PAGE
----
The Stone at the Edge of the Field

My sister lives in Pittsburgh. The brother of a friend of hers was one of those gunned down in the synagogue. My sister said most citizens feel as if they are living in a fog.

Because of Congress’s Profiles in Cowardice, about the only thing left among the ruins of what was once a democracy is — for those not prevented — the right to

VOTE!

Vote into office those who will represent human rights. Vote out of office those who represent inhumane privilege.

And for all of you who subscribe in other countries, hope for us, hope we can help make America concerned again.

The Stone at the Edge of the Field

At the center is the quiet,
the wretched stretch of time,

the pause for the pirouette
of star above stone. Seed

and sprout die dislocated
from bog-birth, muck,

the glamorous tangle
of green and root. Rust

waits. Ash burns
into the forest’s floor.

–Jack Ridl

First published in Talking River

On April 1 (perfect!)  my new book, St. Peter and the Goldfinch, will be released by Wayne State University Press. Preordering is up at that link, and Julie says stay tuned for news of a PARTY!
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Visit Reader’s World in Holland, The Bookman in Grand Haven, and The Book Nook & Java Shop in Montague to find Jack’s books in West Michigan.

Jack’s page on Amazon.

Click here to subscribe to receive Jack’s poems and news in your inbox.

Click here for Jack’s entire collection, In Time — poems for the current administration.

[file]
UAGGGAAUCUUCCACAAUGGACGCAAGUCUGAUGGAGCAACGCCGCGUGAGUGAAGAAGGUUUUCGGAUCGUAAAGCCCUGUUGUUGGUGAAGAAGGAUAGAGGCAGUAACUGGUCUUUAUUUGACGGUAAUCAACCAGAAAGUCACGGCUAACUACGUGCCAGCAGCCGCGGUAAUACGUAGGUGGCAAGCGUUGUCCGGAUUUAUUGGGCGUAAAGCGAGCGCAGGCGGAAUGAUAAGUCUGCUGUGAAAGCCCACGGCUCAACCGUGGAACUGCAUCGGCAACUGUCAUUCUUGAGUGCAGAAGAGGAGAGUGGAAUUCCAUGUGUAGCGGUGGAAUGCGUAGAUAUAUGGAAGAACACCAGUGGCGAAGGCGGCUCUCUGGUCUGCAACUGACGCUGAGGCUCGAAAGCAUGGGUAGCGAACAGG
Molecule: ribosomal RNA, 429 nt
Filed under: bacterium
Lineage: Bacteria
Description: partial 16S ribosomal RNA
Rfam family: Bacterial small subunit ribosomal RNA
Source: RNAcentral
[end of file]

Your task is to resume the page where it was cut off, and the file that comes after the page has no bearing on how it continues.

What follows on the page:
Click here to watch Jack’s TedX talk.

St. Francis in Disney World

I am ever grateful for our dogs, how they bring out the best in me, contradicting that heinously imposed notion that we have no good within us. And I am ever grateful to so many who do the same. And though I am not grateful one twitch for 45, I am, like so many, deeply moved by all the good emerging because of his cruelty. A high school student here in this village is making sure her fellow students are registered to vote, aligning them with the thoughtful courage of the students from Parkland and other schools, who are demanding change. We who hope for kindness in our politics and the world often feel so out of place, when maybe, just maybe, we are not the ones out of place after all.

St. Francis in Disney World

The children come up to him, touch
his robe and giggle. He blesses them. They
run and ask their parents to take their photo
peeking out from behind his filthy holiness.
Mickey quietly comes up beside him, his
huge fingers dangling like loaves of Wonder
Bread, tilts his head as if to say you better
leave or take a bath and put on clean jeans.
St. Francis whispers, asking for the birds.
Mickey shakes his head. St. Francis holds
his place in line while each ride spins its
squealing riders round or up or down: a
chug, a plunge, a long and hopeless cast
of thousands, tons of hot dogs, fries, and
pizza, sushi, Coke and Pepsi, pie and
ice cream, chocolate. There are bees.
He has no ticket. He’s told to step aside. He
looks up where the sky should be. He
watches a cat slide under the plastic
elephant. He looks back up. The sky
has gone. The earth has gone. His feet
are sore. His hands are turning into
birds. His hood is filling up with coins.
His beard is filled with bells.

–Jack Ridl

First published in Dogwood

Subsequently published in Broken Symmetry (Wayne State University Press)

 

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Visit Roan & Black and Cabbages & Kings and Reader’s World to find Jack’s books in West Michigan.

Click here to subscribe to receive Jack’s poems and news in your inbox.

Click here for Jack’s entire collection, In Time — poems for the current administration.

Click here to watch Jack’s TedX talk.

And, of course, click here to visit ridl.com, check out what Jack’s been up to, maybe say hi!